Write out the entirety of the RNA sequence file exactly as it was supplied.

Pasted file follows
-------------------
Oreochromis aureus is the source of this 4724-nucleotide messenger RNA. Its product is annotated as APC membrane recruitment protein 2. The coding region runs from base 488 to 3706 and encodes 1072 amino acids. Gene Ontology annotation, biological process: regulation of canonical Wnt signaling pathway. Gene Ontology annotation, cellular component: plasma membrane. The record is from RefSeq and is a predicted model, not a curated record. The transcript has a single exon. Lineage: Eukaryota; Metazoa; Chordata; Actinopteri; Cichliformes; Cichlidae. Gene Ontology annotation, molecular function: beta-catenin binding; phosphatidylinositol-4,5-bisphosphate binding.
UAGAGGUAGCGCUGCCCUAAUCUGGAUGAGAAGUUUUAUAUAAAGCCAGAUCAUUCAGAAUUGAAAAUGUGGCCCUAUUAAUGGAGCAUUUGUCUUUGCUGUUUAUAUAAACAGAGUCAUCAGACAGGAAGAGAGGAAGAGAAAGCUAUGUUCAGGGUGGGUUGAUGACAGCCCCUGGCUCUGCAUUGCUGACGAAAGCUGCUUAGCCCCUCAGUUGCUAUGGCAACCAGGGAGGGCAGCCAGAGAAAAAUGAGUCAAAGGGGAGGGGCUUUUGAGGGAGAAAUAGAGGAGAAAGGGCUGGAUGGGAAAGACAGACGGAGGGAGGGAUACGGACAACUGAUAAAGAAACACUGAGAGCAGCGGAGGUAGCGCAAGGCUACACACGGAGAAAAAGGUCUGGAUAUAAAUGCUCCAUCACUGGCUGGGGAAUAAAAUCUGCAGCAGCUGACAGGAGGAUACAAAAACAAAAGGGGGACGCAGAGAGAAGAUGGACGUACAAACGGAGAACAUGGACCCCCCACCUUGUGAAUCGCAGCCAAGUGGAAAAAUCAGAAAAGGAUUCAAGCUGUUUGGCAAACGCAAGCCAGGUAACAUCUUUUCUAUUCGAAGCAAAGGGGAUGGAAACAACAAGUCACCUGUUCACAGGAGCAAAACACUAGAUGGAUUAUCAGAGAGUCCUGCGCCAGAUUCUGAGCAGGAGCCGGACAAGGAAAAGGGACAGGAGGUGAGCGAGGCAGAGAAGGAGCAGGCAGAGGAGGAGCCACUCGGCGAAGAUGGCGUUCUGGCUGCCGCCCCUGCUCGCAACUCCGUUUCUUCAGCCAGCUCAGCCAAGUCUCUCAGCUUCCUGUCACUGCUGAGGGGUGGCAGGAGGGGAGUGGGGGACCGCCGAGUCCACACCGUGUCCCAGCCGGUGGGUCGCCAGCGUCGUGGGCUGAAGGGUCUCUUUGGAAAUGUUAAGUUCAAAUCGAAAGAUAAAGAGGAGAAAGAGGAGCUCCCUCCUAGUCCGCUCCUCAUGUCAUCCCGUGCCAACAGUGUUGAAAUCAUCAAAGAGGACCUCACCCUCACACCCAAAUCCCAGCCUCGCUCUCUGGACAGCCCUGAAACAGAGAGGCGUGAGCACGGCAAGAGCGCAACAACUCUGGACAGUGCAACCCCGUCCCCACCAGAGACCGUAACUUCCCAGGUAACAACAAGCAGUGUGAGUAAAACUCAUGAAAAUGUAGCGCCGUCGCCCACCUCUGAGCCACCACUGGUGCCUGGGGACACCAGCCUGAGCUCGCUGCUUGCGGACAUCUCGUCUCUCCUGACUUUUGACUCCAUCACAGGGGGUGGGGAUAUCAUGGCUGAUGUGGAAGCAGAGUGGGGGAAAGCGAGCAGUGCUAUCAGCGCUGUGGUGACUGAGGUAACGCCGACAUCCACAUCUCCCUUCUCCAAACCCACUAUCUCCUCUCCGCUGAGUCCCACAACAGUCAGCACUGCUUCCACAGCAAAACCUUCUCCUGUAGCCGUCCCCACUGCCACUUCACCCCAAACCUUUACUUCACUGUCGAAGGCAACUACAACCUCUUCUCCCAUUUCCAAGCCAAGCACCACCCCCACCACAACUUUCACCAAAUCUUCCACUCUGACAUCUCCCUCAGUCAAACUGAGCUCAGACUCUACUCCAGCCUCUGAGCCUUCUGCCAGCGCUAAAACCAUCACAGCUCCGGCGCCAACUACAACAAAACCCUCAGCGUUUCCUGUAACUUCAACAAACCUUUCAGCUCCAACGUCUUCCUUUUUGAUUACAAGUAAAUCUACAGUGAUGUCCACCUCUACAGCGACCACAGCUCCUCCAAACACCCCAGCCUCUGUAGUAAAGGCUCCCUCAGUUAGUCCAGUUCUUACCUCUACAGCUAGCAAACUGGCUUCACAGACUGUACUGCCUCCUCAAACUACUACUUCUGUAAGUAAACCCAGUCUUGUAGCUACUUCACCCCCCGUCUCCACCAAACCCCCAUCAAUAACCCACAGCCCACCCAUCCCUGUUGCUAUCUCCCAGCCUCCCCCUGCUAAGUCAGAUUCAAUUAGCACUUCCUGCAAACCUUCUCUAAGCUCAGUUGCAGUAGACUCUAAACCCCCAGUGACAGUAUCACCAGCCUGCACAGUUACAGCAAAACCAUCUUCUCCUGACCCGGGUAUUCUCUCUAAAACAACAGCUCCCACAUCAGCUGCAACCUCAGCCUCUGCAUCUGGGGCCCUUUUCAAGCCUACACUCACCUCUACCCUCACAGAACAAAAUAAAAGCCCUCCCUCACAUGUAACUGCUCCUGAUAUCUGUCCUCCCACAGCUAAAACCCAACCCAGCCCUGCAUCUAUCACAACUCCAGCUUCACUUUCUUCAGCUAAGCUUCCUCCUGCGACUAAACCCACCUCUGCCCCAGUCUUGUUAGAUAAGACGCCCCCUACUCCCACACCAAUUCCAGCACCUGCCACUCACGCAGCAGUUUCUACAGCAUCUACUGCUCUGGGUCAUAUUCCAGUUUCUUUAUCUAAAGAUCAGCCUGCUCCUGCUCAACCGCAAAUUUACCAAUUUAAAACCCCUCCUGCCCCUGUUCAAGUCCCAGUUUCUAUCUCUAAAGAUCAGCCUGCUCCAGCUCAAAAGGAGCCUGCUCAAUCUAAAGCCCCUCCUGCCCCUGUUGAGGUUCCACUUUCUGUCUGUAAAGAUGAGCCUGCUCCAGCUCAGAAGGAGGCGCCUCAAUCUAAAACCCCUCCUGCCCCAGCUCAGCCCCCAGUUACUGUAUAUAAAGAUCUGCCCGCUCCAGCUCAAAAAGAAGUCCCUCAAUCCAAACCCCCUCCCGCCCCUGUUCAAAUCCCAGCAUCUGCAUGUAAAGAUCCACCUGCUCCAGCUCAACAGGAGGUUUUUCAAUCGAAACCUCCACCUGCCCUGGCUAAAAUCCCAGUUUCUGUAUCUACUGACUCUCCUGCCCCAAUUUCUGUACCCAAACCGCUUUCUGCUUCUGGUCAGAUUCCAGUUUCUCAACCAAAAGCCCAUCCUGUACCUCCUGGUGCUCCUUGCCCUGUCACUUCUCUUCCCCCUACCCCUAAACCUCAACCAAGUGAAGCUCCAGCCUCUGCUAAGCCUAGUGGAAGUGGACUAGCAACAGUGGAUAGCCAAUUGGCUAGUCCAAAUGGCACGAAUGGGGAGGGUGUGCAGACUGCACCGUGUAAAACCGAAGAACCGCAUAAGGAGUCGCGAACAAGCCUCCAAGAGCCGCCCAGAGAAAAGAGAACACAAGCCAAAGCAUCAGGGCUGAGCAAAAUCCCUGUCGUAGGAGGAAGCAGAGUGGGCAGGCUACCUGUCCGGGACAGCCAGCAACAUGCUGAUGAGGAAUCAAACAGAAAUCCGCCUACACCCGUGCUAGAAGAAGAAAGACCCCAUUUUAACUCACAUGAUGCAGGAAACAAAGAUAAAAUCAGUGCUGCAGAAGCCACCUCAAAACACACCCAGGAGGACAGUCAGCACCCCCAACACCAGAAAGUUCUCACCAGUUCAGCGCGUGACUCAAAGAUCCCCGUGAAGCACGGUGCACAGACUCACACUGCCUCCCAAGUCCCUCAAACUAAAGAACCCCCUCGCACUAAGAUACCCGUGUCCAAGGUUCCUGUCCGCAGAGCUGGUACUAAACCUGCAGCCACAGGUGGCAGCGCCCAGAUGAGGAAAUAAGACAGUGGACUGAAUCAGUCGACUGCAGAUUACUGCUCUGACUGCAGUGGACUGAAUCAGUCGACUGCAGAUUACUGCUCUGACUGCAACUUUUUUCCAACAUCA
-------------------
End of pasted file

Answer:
Oreochromis aureus is the source of this 4724-nucleotide messenger RNA. Its product is annotated as APC membrane recruitment protein 2. The coding region runs from base 488 to 3706 and encodes 1072 amino acids. Gene Ontology annotation, biological process: regulation of canonical Wnt signaling pathway. Gene Ontology annotation, cellular component: plasma membrane. The record is from RefSeq and is a predicted model, not a curated record. The transcript has a single exon. Lineage: Eukaryota; Metazoa; Chordata; Actinopteri; Cichliformes; Cichlidae. Gene Ontology annotation, molecular function: beta-catenin binding; phosphatidylinositol-4,5-bisphosphate binding.
UAGAGGUAGCGCUGCCCUAAUCUGGAUGAGAAGUUUUAUAUAAAGCCAGAUCAUUCAGAAUUGAAAAUGUGGCCCUAUUAAUGGAGCAUUUGUCUUUGCUGUUUAUAUAAACAGAGUCAUCAGACAGGAAGAGAGGAAGAGAAAGCUAUGUUCAGGGUGGGUUGAUGACAGCCCCUGGCUCUGCAUUGCUGACGAAAGCUGCUUAGCCCCUCAGUUGCUAUGGCAACCAGGGAGGGCAGCCAGAGAAAAAUGAGUCAAAGGGGAGGGGCUUUUGAGGGAGAAAUAGAGGAGAAAGGGCUGGAUGGGAAAGACAGACGGAGGGAGGGAUACGGACAACUGAUAAAGAAACACUGAGAGCAGCGGAGGUAGCGCAAGGCUACACACGGAGAAAAAGGUCUGGAUAUAAAUGCUCCAUCACUGGCUGGGGAAUAAAAUCUGCAGCAGCUGACAGGAGGAUACAAAAACAAAAGGGGGACGCAGAGAGAAGAUGGACGUACAAACGGAGAACAUGGACCCCCCACCUUGUGAAUCGCAGCCAAGUGGAAAAAUCAGAAAAGGAUUCAAGCUGUUUGGCAAACGCAAGCCAGGUAACAUCUUUUCUAUUCGAAGCAAAGGGGAUGGAAACAACAAGUCACCUGUUCACAGGAGCAAAACACUAGAUGGAUUAUCAGAGAGUCCUGCGCCAGAUUCUGAGCAGGAGCCGGACAAGGAAAAGGGACAGGAGGUGAGCGAGGCAGAGAAGGAGCAGGCAGAGGAGGAGCCACUCGGCGAAGAUGGCGUUCUGGCUGCCGCCCCUGCUCGCAACUCCGUUUCUUCAGCCAGCUCAGCCAAGUCUCUCAGCUUCCUGUCACUGCUGAGGGGUGGCAGGAGGGGAGUGGGGGACCGCCGAGUCCACACCGUGUCCCAGCCGGUGGGUCGCCAGCGUCGUGGGCUGAAGGGUCUCUUUGGAAAUGUUAAGUUCAAAUCGAAAGAUAAAGAGGAGAAAGAGGAGCUCCCUCCUAGUCCGCUCCUCAUGUCAUCCCGUGCCAACAGUGUUGAAAUCAUCAAAGAGGACCUCACCCUCACACCCAAAUCCCAGCCUCGCUCUCUGGACAGCCCUGAAACAGAGAGGCGUGAGCACGGCAAGAGCGCAACAACUCUGGACAGUGCAACCCCGUCCCCACCAGAGACCGUAACUUCCCAGGUAACAACAAGCAGUGUGAGUAAAACUCAUGAAAAUGUAGCGCCGUCGCCCACCUCUGAGCCACCACUGGUGCCUGGGGACACCAGCCUGAGCUCGCUGCUUGCGGACAUCUCGUCUCUCCUGACUUUUGACUCCAUCACAGGGGGUGGGGAUAUCAUGGCUGAUGUGGAAGCAGAGUGGGGGAAAGCGAGCAGUGCUAUCAGCGCUGUGGUGACUGAGGUAACGCCGACAUCCACAUCUCCCUUCUCCAAACCCACUAUCUCCUCUCCGCUGAGUCCCACAACAGUCAGCACUGCUUCCACAGCAAAACCUUCUCCUGUAGCCGUCCCCACUGCCACUUCACCCCAAACCUUUACUUCACUGUCGAAGGCAACUACAACCUCUUCUCCCAUUUCCAAGCCAAGCACCACCCCCACCACAACUUUCACCAAAUCUUCCACUCUGACAUCUCCCUCAGUCAAACUGAGCUCAGACUCUACUCCAGCCUCUGAGCCUUCUGCCAGCGCUAAAACCAUCACAGCUCCGGCGCCAACUACAACAAAACCCUCAGCGUUUCCUGUAACUUCAACAAACCUUUCAGCUCCAACGUCUUCCUUUUUGAUUACAAGUAAAUCUACAGUGAUGUCCACCUCUACAGCGACCACAGCUCCUCCAAACACCCCAGCCUCUGUAGUAAAGGCUCCCUCAGUUAGUCCAGUUCUUACCUCUACAGCUAGCAAACUGGCUUCACAGACUGUACUGCCUCCUCAAACUACUACUUCUGUAAGUAAACCCAGUCUUGUAGCUACUUCACCCCCCGUCUCCACCAAACCCCCAUCAAUAACCCACAGCCCACCCAUCCCUGUUGCUAUCUCCCAGCCUCCCCCUGCUAAGUCAGAUUCAAUUAGCACUUCCUGCAAACCUUCUCUAAGCUCAGUUGCAGUAGACUCUAAACCCCCAGUGACAGUAUCACCAGCCUGCACAGUUACAGCAAAACCAUCUUCUCCUGACCCGGGUAUUCUCUCUAAAACAACAGCUCCCACAUCAGCUGCAACCUCAGCCUCUGCAUCUGGGGCCCUUUUCAAGCCUACACUCACCUCUACCCUCACAGAACAAAAUAAAAGCCCUCCCUCACAUGUAACUGCUCCUGAUAUCUGUCCUCCCACAGCUAAAACCCAACCCAGCCCUGCAUCUAUCACAACUCCAGCUUCACUUUCUUCAGCUAAGCUUCCUCCUGCGACUAAACCCACCUCUGCCCCAGUCUUGUUAGAUAAGACGCCCCCUACUCCCACACCAAUUCCAGCACCUGCCACUCACGCAGCAGUUUCUACAGCAUCUACUGCUCUGGGUCAUAUUCCAGUUUCUUUAUCUAAAGAUCAGCCUGCUCCUGCUCAACCGCAAAUUUACCAAUUUAAAACCCCUCCUGCCCCUGUUCAAGUCCCAGUUUCUAUCUCUAAAGAUCAGCCUGCUCCAGCUCAAAAGGAGCCUGCUCAAUCUAAAGCCCCUCCUGCCCCUGUUGAGGUUCCACUUUCUGUCUGUAAAGAUGAGCCUGCUCCAGCUCAGAAGGAGGCGCCUCAAUCUAAAACCCCUCCUGCCCCAGCUCAGCCCCCAGUUACUGUAUAUAAAGAUCUGCCCGCUCCAGCUCAAAAAGAAGUCCCUCAAUCCAAACCCCCUCCCGCCCCUGUUCAAAUCCCAGCAUCUGCAUGUAAAGAUCCACCUGCUCCAGCUCAACAGGAGGUUUUUCAAUCGAAACCUCCACCUGCCCUGGCUAAAAUCCCAGUUUCUGUAUCUACUGACUCUCCUGCCCCAAUUUCUGUACCCAAACCGCUUUCUGCUUCUGGUCAGAUUCCAGUUUCUCAACCAAAAGCCCAUCCUGUACCUCCUGGUGCUCCUUGCCCUGUCACUUCUCUUCCCCCUACCCCUAAACCUCAACCAAGUGAAGCUCCAGCCUCUGCUAAGCCUAGUGGAAGUGGACUAGCAACAGUGGAUAGCCAAUUGGCUAGUCCAAAUGGCACGAAUGGGGAGGGUGUGCAGACUGCACCGUGUAAAACCGAAGAACCGCAUAAGGAGUCGCGAACAAGCCUCCAAGAGCCGCCCAGAGAAAAGAGAACACAAGCCAAAGCAUCAGGGCUGAGCAAAAUCCCUGUCGUAGGAGGAAGCAGAGUGGGCAGGCUACCUGUCCGGGACAGCCAGCAACAUGCUGAUGAGGAAUCAAACAGAAAUCCGCCUACACCCGUGCUAGAAGAAGAAAGACCCCAUUUUAACUCACAUGAUGCAGGAAACAAAGAUAAAAUCAGUGCUGCAGAAGCCACCUCAAAACACACCCAGGAGGACAGUCAGCACCCCCAACACCAGAAAGUUCUCACCAGUUCAGCGCGUGACUCAAAGAUCCCCGUGAAGCACGGUGCACAGACUCACACUGCCUCCCAAGUCCCUCAAACUAAAGAACCCCCUCGCACUAAGAUACCCGUGUCCAAGGUUCCUGUCCGCAGAGCUGGUACUAAACCUGCAGCCACAGGUGGCAGCGCCCAGAUGAGGAAAUAAGACAGUGGACUGAAUCAGUCGACUGCAGAUUACUGCUCUGACUGCAGUGGACUGAAUCAGUCGACUGCAGAUUACUGCUCUGACUGCAACUUUUUUCCAACAUCA